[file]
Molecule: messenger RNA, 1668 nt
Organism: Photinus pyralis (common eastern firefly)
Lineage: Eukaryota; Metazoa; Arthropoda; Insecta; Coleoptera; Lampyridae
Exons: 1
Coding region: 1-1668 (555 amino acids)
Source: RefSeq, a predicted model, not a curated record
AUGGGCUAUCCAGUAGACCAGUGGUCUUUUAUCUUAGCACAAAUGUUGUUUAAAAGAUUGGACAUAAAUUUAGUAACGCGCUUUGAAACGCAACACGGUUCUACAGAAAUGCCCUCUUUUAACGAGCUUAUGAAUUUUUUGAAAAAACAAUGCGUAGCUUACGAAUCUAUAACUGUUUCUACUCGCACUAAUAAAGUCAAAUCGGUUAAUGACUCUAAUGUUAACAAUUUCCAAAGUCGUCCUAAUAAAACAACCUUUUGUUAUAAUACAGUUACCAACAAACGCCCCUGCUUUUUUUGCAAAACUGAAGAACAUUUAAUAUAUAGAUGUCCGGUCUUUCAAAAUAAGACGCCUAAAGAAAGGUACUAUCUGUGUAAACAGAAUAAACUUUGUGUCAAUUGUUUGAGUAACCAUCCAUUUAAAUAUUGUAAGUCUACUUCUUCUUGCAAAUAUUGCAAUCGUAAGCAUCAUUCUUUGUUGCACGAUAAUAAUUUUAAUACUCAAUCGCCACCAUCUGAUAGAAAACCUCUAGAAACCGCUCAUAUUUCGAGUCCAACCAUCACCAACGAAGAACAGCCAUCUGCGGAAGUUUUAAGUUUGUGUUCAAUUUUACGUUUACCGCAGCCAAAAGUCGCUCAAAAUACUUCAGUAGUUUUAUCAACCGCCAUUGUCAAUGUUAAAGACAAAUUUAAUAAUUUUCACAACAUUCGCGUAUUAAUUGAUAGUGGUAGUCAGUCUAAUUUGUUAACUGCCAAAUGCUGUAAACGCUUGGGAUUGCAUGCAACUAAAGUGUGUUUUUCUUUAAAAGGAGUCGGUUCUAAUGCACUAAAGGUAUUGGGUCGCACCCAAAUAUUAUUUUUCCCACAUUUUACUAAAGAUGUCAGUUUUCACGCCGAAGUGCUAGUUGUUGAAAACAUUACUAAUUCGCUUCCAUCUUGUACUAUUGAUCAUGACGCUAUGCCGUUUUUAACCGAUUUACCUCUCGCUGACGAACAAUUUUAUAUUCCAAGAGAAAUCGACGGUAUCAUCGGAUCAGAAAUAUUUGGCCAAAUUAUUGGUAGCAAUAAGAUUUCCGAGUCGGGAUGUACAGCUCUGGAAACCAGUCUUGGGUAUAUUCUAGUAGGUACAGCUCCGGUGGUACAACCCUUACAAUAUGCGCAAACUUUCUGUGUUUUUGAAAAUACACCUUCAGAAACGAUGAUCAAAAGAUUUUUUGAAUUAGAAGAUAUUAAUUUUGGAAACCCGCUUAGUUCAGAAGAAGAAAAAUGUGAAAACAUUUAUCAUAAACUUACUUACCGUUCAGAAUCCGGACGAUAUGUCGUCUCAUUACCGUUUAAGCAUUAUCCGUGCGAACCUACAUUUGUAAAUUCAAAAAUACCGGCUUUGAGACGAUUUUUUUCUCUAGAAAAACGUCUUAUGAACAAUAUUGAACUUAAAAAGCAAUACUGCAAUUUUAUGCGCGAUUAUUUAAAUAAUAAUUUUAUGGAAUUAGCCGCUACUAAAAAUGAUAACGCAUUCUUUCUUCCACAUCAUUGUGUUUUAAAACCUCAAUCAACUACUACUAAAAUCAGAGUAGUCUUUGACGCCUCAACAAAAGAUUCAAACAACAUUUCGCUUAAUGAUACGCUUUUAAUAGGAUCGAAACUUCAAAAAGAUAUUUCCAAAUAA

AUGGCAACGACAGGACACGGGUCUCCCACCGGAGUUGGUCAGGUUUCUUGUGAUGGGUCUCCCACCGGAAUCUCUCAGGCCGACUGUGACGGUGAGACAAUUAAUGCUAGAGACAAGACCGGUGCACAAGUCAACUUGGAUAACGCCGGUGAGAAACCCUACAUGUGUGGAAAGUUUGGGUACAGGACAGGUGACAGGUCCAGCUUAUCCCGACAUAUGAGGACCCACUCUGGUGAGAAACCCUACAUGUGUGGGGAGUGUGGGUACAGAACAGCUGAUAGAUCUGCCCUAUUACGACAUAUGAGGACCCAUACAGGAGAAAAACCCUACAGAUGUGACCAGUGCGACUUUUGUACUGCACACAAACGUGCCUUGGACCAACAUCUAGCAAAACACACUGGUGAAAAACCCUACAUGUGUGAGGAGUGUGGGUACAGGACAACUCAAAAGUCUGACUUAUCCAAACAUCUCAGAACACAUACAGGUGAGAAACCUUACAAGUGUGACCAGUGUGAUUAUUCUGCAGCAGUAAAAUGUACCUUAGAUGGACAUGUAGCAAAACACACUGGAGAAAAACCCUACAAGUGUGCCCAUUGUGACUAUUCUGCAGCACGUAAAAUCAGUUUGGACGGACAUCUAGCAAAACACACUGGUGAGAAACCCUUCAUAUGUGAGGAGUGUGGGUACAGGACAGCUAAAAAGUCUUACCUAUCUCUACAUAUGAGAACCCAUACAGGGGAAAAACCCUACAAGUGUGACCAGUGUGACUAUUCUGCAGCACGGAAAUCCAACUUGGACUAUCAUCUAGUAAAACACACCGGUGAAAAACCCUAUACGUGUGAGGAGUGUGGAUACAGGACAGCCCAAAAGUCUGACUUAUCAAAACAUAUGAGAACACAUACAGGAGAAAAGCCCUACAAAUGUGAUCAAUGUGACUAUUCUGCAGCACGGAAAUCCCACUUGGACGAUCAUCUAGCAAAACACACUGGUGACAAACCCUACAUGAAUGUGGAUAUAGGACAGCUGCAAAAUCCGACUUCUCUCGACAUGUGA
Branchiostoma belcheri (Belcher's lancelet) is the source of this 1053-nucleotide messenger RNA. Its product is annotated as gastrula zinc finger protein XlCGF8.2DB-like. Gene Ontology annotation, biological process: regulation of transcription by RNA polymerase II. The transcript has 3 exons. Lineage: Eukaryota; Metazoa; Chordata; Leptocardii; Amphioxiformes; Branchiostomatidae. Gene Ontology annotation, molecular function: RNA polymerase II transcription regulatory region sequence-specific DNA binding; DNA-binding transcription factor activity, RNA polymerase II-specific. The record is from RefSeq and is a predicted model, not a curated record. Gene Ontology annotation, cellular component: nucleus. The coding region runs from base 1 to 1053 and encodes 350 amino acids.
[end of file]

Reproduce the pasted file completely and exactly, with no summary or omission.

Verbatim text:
Molecule: messenger RNA, 1668 nt
Organism: Photinus pyralis (common eastern firefly)
Lineage: Eukaryota; Metazoa; Arthropoda; Insecta; Coleoptera; Lampyridae
Exons: 1
Coding region: 1-1668 (555 amino acids)
Source: RefSeq, a predicted model, not a curated record
AUGGGCUAUCCAGUAGACCAGUGGUCUUUUAUCUUAGCACAAAUGUUGUUUAAAAGAUUGGACAUAAAUUUAGUAACGCGCUUUGAAACGCAACACGGUUCUACAGAAAUGCCCUCUUUUAACGAGCUUAUGAAUUUUUUGAAAAAACAAUGCGUAGCUUACGAAUCUAUAACUGUUUCUACUCGCACUAAUAAAGUCAAAUCGGUUAAUGACUCUAAUGUUAACAAUUUCCAAAGUCGUCCUAAUAAAACAACCUUUUGUUAUAAUACAGUUACCAACAAACGCCCCUGCUUUUUUUGCAAAACUGAAGAACAUUUAAUAUAUAGAUGUCCGGUCUUUCAAAAUAAGACGCCUAAAGAAAGGUACUAUCUGUGUAAACAGAAUAAACUUUGUGUCAAUUGUUUGAGUAACCAUCCAUUUAAAUAUUGUAAGUCUACUUCUUCUUGCAAAUAUUGCAAUCGUAAGCAUCAUUCUUUGUUGCACGAUAAUAAUUUUAAUACUCAAUCGCCACCAUCUGAUAGAAAACCUCUAGAAACCGCUCAUAUUUCGAGUCCAACCAUCACCAACGAAGAACAGCCAUCUGCGGAAGUUUUAAGUUUGUGUUCAAUUUUACGUUUACCGCAGCCAAAAGUCGCUCAAAAUACUUCAGUAGUUUUAUCAACCGCCAUUGUCAAUGUUAAAGACAAAUUUAAUAAUUUUCACAACAUUCGCGUAUUAAUUGAUAGUGGUAGUCAGUCUAAUUUGUUAACUGCCAAAUGCUGUAAACGCUUGGGAUUGCAUGCAACUAAAGUGUGUUUUUCUUUAAAAGGAGUCGGUUCUAAUGCACUAAAGGUAUUGGGUCGCACCCAAAUAUUAUUUUUCCCACAUUUUACUAAAGAUGUCAGUUUUCACGCCGAAGUGCUAGUUGUUGAAAACAUUACUAAUUCGCUUCCAUCUUGUACUAUUGAUCAUGACGCUAUGCCGUUUUUAACCGAUUUACCUCUCGCUGACGAACAAUUUUAUAUUCCAAGAGAAAUCGACGGUAUCAUCGGAUCAGAAAUAUUUGGCCAAAUUAUUGGUAGCAAUAAGAUUUCCGAGUCGGGAUGUACAGCUCUGGAAACCAGUCUUGGGUAUAUUCUAGUAGGUACAGCUCCGGUGGUACAACCCUUACAAUAUGCGCAAACUUUCUGUGUUUUUGAAAAUACACCUUCAGAAACGAUGAUCAAAAGAUUUUUUGAAUUAGAAGAUAUUAAUUUUGGAAACCCGCUUAGUUCAGAAGAAGAAAAAUGUGAAAACAUUUAUCAUAAACUUACUUACCGUUCAGAAUCCGGACGAUAUGUCGUCUCAUUACCGUUUAAGCAUUAUCCGUGCGAACCUACAUUUGUAAAUUCAAAAAUACCGGCUUUGAGACGAUUUUUUUCUCUAGAAAAACGUCUUAUGAACAAUAUUGAACUUAAAAAGCAAUACUGCAAUUUUAUGCGCGAUUAUUUAAAUAAUAAUUUUAUGGAAUUAGCCGCUACUAAAAAUGAUAACGCAUUCUUUCUUCCACAUCAUUGUGUUUUAAAACCUCAAUCAACUACUACUAAAAUCAGAGUAGUCUUUGACGCCUCAACAAAAGAUUCAAACAACAUUUCGCUUAAUGAUACGCUUUUAAUAGGAUCGAAACUUCAAAAAGAUAUUUCCAAAUAA

AUGGCAACGACAGGACACGGGUCUCCCACCGGAGUUGGUCAGGUUUCUUGUGAUGGGUCUCCCACCGGAAUCUCUCAGGCCGACUGUGACGGUGAGACAAUUAAUGCUAGAGACAAGACCGGUGCACAAGUCAACUUGGAUAACGCCGGUGAGAAACCCUACAUGUGUGGAAAGUUUGGGUACAGGACAGGUGACAGGUCCAGCUUAUCCCGACAUAUGAGGACCCACUCUGGUGAGAAACCCUACAUGUGUGGGGAGUGUGGGUACAGAACAGCUGAUAGAUCUGCCCUAUUACGACAUAUGAGGACCCAUACAGGAGAAAAACCCUACAGAUGUGACCAGUGCGACUUUUGUACUGCACACAAACGUGCCUUGGACCAACAUCUAGCAAAACACACUGGUGAAAAACCCUACAUGUGUGAGGAGUGUGGGUACAGGACAACUCAAAAGUCUGACUUAUCCAAACAUCUCAGAACACAUACAGGUGAGAAACCUUACAAGUGUGACCAGUGUGAUUAUUCUGCAGCAGUAAAAUGUACCUUAGAUGGACAUGUAGCAAAACACACUGGAGAAAAACCCUACAAGUGUGCCCAUUGUGACUAUUCUGCAGCACGUAAAAUCAGUUUGGACGGACAUCUAGCAAAACACACUGGUGAGAAACCCUUCAUAUGUGAGGAGUGUGGGUACAGGACAGCUAAAAAGUCUUACCUAUCUCUACAUAUGAGAACCCAUACAGGGGAAAAACCCUACAAGUGUGACCAGUGUGACUAUUCUGCAGCACGGAAAUCCAACUUGGACUAUCAUCUAGUAAAACACACCGGUGAAAAACCCUAUACGUGUGAGGAGUGUGGAUACAGGACAGCCCAAAAGUCUGACUUAUCAAAACAUAUGAGAACACAUACAGGAGAAAAGCCCUACAAAUGUGAUCAAUGUGACUAUUCUGCAGCACGGAAAUCCCACUUGGACGAUCAUCUAGCAAAACACACUGGUGACAAACCCUACAUGAAUGUGGAUAUAGGACAGCUGCAAAAUCCGACUUCUCUCGACAUGUGA
Branchiostoma belcheri (Belcher's lancelet) is the source of this 1053-nucleotide messenger RNA. Its product is annotated as gastrula zinc finger protein XlCGF8.2DB-like. Gene Ontology annotation, biological process: regulation of transcription by RNA polymerase II. The transcript has 3 exons. Lineage: Eukaryota; Metazoa; Chordata; Leptocardii; Amphioxiformes; Branchiostomatidae. Gene Ontology annotation, molecular function: RNA polymerase II transcription regulatory region sequence-specific DNA binding; DNA-binding transcription factor activity, RNA polymerase II-specific. The record is from RefSeq and is a predicted model, not a curated record. Gene Ontology annotation, cellular component: nucleus. The coding region runs from base 1 to 1053 and encodes 350 amino acids.